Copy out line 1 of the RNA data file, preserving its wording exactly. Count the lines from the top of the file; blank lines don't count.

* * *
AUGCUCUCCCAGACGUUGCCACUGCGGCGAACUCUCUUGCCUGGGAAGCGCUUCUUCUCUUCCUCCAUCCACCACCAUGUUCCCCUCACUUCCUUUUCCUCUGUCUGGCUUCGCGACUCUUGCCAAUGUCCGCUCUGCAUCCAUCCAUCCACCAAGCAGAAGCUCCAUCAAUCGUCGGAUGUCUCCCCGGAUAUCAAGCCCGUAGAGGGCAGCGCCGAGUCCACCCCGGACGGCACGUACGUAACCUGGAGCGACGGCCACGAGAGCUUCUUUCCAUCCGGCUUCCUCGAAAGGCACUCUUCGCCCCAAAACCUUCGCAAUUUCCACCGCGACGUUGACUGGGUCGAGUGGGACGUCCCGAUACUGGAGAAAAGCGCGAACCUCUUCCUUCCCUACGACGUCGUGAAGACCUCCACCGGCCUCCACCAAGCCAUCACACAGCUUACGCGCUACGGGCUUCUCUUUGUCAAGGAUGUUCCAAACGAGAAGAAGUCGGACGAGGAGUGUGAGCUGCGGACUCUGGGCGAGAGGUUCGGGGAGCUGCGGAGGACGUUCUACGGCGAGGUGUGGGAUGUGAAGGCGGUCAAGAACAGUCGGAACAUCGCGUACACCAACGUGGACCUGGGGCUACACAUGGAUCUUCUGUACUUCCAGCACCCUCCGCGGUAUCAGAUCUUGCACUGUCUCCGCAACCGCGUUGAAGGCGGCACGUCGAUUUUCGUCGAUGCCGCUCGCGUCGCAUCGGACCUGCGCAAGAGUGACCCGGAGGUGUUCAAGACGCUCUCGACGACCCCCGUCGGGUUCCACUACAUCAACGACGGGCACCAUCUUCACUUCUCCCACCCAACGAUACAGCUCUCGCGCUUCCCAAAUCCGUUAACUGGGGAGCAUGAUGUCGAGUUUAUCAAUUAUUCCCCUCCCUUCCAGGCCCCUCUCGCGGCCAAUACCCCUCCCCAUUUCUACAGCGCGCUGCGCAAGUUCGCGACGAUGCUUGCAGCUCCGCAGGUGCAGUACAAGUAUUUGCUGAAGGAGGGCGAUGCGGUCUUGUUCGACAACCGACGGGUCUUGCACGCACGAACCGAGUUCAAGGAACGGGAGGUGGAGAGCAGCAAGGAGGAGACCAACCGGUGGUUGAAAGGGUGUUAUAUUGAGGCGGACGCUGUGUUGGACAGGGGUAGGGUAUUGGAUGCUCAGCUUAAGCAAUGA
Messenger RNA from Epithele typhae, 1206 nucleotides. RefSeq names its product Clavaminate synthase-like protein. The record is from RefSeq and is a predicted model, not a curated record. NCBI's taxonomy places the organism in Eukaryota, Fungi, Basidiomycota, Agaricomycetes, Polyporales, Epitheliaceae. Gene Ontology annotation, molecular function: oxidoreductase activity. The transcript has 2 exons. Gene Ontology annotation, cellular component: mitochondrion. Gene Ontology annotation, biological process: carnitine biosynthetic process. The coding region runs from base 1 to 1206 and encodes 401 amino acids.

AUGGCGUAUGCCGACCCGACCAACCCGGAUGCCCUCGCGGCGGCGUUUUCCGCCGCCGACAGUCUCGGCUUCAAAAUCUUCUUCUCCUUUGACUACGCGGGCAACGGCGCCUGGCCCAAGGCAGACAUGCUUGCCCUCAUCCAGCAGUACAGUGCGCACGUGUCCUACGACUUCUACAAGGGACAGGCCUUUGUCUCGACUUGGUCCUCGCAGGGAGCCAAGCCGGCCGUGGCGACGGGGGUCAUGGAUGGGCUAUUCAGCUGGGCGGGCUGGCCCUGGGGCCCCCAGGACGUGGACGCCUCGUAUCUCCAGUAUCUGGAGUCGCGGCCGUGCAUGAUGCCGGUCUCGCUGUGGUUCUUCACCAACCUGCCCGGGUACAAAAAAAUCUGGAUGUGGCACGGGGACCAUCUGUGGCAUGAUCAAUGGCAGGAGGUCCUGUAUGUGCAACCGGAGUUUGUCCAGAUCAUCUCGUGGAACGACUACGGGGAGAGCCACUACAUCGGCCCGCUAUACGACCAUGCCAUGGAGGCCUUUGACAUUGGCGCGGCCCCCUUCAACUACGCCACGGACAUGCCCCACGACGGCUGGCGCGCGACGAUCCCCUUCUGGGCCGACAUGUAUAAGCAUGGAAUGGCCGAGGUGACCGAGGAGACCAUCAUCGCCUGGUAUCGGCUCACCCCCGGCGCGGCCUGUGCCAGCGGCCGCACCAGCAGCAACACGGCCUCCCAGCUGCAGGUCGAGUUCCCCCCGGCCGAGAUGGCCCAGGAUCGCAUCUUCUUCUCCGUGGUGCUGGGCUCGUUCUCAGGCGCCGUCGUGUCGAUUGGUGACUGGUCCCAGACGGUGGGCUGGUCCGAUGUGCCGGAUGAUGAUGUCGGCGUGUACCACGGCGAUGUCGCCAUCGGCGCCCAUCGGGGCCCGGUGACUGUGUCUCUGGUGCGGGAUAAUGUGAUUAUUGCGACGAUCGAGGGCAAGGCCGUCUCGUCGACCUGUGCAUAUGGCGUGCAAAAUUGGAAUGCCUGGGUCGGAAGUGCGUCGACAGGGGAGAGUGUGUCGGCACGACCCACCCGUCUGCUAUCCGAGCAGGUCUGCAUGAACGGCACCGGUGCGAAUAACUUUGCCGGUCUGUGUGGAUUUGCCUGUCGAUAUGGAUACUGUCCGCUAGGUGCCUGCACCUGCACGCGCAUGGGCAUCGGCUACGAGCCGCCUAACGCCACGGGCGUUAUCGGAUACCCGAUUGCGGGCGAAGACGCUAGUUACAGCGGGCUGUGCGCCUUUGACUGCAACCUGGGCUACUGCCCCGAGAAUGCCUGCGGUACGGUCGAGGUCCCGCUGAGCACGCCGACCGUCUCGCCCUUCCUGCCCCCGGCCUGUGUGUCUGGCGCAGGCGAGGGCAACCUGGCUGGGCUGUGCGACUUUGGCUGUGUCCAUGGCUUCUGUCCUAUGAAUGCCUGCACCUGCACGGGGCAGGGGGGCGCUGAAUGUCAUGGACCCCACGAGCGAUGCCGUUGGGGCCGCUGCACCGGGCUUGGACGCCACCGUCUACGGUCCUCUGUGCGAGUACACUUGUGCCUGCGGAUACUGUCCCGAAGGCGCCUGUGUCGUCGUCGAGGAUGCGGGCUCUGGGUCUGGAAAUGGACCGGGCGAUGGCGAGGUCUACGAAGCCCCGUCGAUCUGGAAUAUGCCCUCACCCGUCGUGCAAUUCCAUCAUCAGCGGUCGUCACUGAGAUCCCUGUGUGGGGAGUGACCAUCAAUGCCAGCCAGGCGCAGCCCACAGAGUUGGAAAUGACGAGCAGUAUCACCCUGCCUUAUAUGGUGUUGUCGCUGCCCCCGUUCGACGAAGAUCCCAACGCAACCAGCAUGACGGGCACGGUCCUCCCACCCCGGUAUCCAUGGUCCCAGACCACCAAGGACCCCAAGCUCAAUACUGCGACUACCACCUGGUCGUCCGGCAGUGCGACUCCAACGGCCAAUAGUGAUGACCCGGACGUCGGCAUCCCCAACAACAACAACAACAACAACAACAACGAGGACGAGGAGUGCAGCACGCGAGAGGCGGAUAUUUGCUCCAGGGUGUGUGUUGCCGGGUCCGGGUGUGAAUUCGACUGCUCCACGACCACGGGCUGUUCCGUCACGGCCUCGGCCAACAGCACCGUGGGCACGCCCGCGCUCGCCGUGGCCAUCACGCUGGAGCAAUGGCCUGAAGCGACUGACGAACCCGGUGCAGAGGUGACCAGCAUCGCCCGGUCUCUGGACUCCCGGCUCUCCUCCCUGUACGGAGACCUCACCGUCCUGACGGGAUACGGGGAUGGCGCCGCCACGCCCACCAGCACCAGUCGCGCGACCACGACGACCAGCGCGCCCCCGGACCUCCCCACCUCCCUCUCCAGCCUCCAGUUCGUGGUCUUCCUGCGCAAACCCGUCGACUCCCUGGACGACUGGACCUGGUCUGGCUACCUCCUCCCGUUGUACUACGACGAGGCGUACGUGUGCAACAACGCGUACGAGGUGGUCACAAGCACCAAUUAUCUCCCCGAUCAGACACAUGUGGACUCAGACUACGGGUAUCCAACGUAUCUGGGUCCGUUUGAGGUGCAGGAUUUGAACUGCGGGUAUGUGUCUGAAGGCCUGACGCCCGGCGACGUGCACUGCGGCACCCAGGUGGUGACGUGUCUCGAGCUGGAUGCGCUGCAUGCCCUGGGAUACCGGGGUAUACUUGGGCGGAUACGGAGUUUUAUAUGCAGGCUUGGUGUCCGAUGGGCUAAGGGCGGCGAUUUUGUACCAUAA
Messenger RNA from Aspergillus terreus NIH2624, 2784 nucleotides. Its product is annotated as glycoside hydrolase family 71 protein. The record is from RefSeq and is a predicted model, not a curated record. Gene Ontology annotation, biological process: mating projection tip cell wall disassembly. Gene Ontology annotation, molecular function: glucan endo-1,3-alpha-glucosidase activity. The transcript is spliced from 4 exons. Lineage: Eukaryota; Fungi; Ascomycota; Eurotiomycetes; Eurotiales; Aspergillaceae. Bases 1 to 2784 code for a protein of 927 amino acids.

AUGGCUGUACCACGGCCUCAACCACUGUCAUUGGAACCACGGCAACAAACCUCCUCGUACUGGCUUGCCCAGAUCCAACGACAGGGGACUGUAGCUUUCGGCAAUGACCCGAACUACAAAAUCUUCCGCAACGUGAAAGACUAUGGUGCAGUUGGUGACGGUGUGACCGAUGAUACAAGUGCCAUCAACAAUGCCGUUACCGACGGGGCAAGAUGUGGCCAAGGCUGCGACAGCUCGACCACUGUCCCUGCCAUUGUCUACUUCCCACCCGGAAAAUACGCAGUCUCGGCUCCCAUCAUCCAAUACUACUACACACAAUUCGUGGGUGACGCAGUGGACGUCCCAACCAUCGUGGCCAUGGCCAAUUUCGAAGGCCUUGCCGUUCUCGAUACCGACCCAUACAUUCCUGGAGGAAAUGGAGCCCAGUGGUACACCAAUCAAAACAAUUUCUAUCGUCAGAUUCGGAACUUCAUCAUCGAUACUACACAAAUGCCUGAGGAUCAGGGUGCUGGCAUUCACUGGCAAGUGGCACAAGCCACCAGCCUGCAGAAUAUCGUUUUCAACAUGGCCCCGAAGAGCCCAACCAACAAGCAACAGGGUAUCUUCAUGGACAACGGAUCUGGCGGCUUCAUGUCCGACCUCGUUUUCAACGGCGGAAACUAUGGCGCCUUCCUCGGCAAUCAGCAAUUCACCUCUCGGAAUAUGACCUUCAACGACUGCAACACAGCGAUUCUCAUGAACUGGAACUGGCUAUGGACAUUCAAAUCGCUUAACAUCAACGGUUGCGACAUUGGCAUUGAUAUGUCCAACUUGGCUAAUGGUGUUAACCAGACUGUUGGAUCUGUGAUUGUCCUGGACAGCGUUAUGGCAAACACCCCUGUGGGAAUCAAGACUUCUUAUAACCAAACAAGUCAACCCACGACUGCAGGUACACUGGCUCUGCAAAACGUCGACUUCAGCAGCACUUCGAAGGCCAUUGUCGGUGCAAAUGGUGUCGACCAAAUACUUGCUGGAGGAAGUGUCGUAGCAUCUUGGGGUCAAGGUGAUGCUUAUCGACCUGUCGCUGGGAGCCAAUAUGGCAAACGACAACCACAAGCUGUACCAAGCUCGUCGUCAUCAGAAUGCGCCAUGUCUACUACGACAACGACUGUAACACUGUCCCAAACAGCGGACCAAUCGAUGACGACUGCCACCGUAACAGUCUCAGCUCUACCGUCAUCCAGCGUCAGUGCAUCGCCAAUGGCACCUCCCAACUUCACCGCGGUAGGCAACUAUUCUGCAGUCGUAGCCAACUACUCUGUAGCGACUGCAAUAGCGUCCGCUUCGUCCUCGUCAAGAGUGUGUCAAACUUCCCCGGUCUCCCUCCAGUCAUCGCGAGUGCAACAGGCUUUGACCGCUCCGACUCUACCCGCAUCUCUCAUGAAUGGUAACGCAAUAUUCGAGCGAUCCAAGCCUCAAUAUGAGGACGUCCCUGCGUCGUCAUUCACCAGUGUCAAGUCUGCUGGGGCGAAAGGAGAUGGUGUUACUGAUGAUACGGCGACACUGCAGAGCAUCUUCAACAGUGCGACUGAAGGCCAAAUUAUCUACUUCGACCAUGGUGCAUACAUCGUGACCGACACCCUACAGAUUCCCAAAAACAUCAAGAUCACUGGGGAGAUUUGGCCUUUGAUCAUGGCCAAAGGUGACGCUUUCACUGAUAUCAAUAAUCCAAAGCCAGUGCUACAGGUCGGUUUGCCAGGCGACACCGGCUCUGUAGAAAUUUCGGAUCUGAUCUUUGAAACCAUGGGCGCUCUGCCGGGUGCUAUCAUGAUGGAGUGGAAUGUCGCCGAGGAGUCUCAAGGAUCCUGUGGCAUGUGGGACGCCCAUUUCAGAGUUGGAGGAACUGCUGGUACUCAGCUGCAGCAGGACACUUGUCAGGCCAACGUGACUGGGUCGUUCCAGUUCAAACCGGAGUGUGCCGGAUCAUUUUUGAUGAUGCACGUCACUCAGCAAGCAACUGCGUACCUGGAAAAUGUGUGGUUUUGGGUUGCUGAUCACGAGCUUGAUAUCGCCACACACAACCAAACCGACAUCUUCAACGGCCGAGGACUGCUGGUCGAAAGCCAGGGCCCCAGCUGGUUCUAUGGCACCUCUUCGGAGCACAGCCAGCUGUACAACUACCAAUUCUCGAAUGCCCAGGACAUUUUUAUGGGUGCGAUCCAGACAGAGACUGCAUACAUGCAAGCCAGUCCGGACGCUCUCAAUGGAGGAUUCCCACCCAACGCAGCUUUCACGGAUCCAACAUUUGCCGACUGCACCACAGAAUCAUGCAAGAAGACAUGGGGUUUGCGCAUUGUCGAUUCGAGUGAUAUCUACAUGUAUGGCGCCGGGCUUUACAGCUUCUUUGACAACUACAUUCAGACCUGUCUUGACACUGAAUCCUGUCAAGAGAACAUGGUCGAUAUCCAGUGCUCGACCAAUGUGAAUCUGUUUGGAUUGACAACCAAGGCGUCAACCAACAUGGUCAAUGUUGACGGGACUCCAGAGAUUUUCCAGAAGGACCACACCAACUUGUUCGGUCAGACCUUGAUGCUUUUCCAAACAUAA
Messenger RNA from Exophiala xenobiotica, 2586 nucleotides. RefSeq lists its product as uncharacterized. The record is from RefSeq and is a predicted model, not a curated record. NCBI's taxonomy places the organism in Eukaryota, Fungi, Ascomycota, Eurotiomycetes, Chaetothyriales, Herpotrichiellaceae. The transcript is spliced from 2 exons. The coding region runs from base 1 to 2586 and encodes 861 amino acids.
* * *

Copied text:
AUGCUCUCCCAGACGUUGCCACUGCGGCGAACUCUCUUGCCUGGGAAGCGCUUCUUCUCUUCCUCCAUCCACCACCAUGUUCCCCUCACUUCCUUUUCCUCUGUCUGGCUUCGCGACUCUUGCCAAUGUCCGCUCUGCAUCCAUCCAUCCACCAAGCAGAAGCUCCAUCAAUCGUCGGAUGUCUCCCCGGAUAUCAAGCCCGUAGAGGGCAGCGCCGAGUCCACCCCGGACGGCACGUACGUAACCUGGAGCGACGGCCACGAGAGCUUCUUUCCAUCCGGCUUCCUCGAAAGGCACUCUUCGCCCCAAAACCUUCGCAAUUUCCACCGCGACGUUGACUGGGUCGAGUGGGACGUCCCGAUACUGGAGAAAAGCGCGAACCUCUUCCUUCCCUACGACGUCGUGAAGACCUCCACCGGCCUCCACCAAGCCAUCACACAGCUUACGCGCUACGGGCUUCUCUUUGUCAAGGAUGUUCCAAACGAGAAGAAGUCGGACGAGGAGUGUGAGCUGCGGACUCUGGGCGAGAGGUUCGGGGAGCUGCGGAGGACGUUCUACGGCGAGGUGUGGGAUGUGAAGGCGGUCAAGAACAGUCGGAACAUCGCGUACACCAACGUGGACCUGGGGCUACACAUGGAUCUUCUGUACUUCCAGCACCCUCCGCGGUAUCAGAUCUUGCACUGUCUCCGCAACCGCGUUGAAGGCGGCACGUCGAUUUUCGUCGAUGCCGCUCGCGUCGCAUCGGACCUGCGCAAGAGUGACCCGGAGGUGUUCAAGACGCUCUCGACGACCCCCGUCGGGUUCCACUACAUCAACGACGGGCACCAUCUUCACUUCUCCCACCCAACGAUACAGCUCUCGCGCUUCCCAAAUCCGUUAACUGGGGAGCAUGAUGUCGAGUUUAUCAAUUAUUCCCCUCCCUUCCAGGCCCCUCUCGCGGCCAAUACCCCUCCCCAUUUCUACAGCGCGCUGCGCAAGUUCGCGACGAUGCUUGCAGCUCCGCAGGUGCAGUACAAGUAUUUGCUGAAGGAGGGCGAUGCGGUCUUGUUCGACAACCGACGGGUCUUGCACGCACGAACCGAGUUCAAGGAACGGGAGGUGGAGAGCAGCAAGGAGGAGACCAACCGGUGGUUGAAAGGGUGUUAUAUUGAGGCGGACGCUGUGUUGGACAGGGGUAGGGUAUUGGAUGCUCAGCUUAAGCAAUGA